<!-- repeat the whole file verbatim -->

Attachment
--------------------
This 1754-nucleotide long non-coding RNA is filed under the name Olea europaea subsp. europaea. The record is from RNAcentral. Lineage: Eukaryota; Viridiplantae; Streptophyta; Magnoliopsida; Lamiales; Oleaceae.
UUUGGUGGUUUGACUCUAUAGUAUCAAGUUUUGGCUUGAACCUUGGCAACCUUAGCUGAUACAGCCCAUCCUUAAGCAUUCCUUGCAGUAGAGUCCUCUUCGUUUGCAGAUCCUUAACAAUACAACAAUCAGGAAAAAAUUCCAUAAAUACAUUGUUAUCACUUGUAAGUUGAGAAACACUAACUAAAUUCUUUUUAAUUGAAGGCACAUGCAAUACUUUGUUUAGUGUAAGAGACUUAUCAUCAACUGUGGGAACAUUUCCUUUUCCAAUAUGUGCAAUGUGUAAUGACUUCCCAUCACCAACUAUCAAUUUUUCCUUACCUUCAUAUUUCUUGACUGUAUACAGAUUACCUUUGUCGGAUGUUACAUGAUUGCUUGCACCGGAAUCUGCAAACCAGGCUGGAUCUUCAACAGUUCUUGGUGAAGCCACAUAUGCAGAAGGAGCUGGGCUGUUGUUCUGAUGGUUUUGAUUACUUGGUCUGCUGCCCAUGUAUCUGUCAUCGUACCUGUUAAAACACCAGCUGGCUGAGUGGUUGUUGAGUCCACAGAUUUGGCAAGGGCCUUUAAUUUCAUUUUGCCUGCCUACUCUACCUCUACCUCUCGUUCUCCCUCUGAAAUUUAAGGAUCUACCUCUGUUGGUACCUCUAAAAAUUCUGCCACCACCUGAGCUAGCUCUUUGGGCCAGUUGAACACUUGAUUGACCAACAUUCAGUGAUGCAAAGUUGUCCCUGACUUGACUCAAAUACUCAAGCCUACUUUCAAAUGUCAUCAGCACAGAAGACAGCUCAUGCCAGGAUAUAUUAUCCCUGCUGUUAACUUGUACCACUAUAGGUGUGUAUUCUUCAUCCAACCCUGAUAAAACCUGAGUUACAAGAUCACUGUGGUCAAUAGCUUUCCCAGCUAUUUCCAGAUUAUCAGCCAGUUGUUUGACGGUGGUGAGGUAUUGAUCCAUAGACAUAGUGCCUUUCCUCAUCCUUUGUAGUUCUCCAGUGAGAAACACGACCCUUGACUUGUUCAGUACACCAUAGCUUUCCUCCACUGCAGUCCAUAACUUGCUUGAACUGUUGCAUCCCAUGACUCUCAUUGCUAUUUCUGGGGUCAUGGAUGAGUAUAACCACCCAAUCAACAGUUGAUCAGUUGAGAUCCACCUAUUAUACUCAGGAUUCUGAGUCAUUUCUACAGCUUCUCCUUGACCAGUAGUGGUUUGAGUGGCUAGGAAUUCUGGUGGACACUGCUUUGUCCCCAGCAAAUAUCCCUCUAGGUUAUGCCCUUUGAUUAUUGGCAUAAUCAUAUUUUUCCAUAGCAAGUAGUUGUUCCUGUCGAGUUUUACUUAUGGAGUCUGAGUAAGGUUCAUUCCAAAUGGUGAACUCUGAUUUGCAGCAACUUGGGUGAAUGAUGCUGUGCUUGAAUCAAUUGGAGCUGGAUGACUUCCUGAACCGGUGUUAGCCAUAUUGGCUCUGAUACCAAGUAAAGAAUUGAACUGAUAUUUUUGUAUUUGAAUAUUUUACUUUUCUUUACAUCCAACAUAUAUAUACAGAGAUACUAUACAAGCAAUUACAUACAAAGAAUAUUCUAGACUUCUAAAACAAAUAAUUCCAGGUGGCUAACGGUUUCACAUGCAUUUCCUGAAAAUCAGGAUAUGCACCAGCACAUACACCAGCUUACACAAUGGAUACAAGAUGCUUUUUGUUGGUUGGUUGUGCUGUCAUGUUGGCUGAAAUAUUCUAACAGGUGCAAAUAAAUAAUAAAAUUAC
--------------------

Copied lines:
This 1754-nucleotide long non-coding RNA is filed under the name Olea europaea subsp. europaea. The record is from RNAcentral. Lineage: Eukaryota; Viridiplantae; Streptophyta; Magnoliopsida; Lamiales; Oleaceae.
UUUGGUGGUUUGACUCUAUAGUAUCAAGUUUUGGCUUGAACCUUGGCAACCUUAGCUGAUACAGCCCAUCCUUAAGCAUUCCUUGCAGUAGAGUCCUCUUCGUUUGCAGAUCCUUAACAAUACAACAAUCAGGAAAAAAUUCCAUAAAUACAUUGUUAUCACUUGUAAGUUGAGAAACACUAACUAAAUUCUUUUUAAUUGAAGGCACAUGCAAUACUUUGUUUAGUGUAAGAGACUUAUCAUCAACUGUGGGAACAUUUCCUUUUCCAAUAUGUGCAAUGUGUAAUGACUUCCCAUCACCAACUAUCAAUUUUUCCUUACCUUCAUAUUUCUUGACUGUAUACAGAUUACCUUUGUCGGAUGUUACAUGAUUGCUUGCACCGGAAUCUGCAAACCAGGCUGGAUCUUCAACAGUUCUUGGUGAAGCCACAUAUGCAGAAGGAGCUGGGCUGUUGUUCUGAUGGUUUUGAUUACUUGGUCUGCUGCCCAUGUAUCUGUCAUCGUACCUGUUAAAACACCAGCUGGCUGAGUGGUUGUUGAGUCCACAGAUUUGGCAAGGGCCUUUAAUUUCAUUUUGCCUGCCUACUCUACCUCUACCUCUCGUUCUCCCUCUGAAAUUUAAGGAUCUACCUCUGUUGGUACCUCUAAAAAUUCUGCCACCACCUGAGCUAGCUCUUUGGGCCAGUUGAACACUUGAUUGACCAACAUUCAGUGAUGCAAAGUUGUCCCUGACUUGACUCAAAUACUCAAGCCUACUUUCAAAUGUCAUCAGCACAGAAGACAGCUCAUGCCAGGAUAUAUUAUCCCUGCUGUUAACUUGUACCACUAUAGGUGUGUAUUCUUCAUCCAACCCUGAUAAAACCUGAGUUACAAGAUCACUGUGGUCAAUAGCUUUCCCAGCUAUUUCCAGAUUAUCAGCCAGUUGUUUGACGGUGGUGAGGUAUUGAUCCAUAGACAUAGUGCCUUUCCUCAUCCUUUGUAGUUCUCCAGUGAGAAACACGACCCUUGACUUGUUCAGUACACCAUAGCUUUCCUCCACUGCAGUCCAUAACUUGCUUGAACUGUUGCAUCCCAUGACUCUCAUUGCUAUUUCUGGGGUCAUGGAUGAGUAUAACCACCCAAUCAACAGUUGAUCAGUUGAGAUCCACCUAUUAUACUCAGGAUUCUGAGUCAUUUCUACAGCUUCUCCUUGACCAGUAGUGGUUUGAGUGGCUAGGAAUUCUGGUGGACACUGCUUUGUCCCCAGCAAAUAUCCCUCUAGGUUAUGCCCUUUGAUUAUUGGCAUAAUCAUAUUUUUCCAUAGCAAGUAGUUGUUCCUGUCGAGUUUUACUUAUGGAGUCUGAGUAAGGUUCAUUCCAAAUGGUGAACUCUGAUUUGCAGCAACUUGGGUGAAUGAUGCUGUGCUUGAAUCAAUUGGAGCUGGAUGACUUCCUGAACCGGUGUUAGCCAUAUUGGCUCUGAUACCAAGUAAAGAAUUGAACUGAUAUUUUUGUAUUUGAAUAUUUUACUUUUCUUUACAUCCAACAUAUAUAUACAGAGAUACUAUACAAGCAAUUACAUACAAAGAAUAUUCUAGACUUCUAAAACAAAUAAUUCCAGGUGGCUAACGGUUUCACAUGCAUUUCCUGAAAAUCAGGAUAUGCACCAGCACAUACACCAGCUUACACAAUGGAUACAAGAUGCUUUUUGUUGGUUGGUUGUGCUGUCAUGUUGGCUGAAAUAUUCUAACAGGUGCAAAUAAAUAAUAAAAUUAC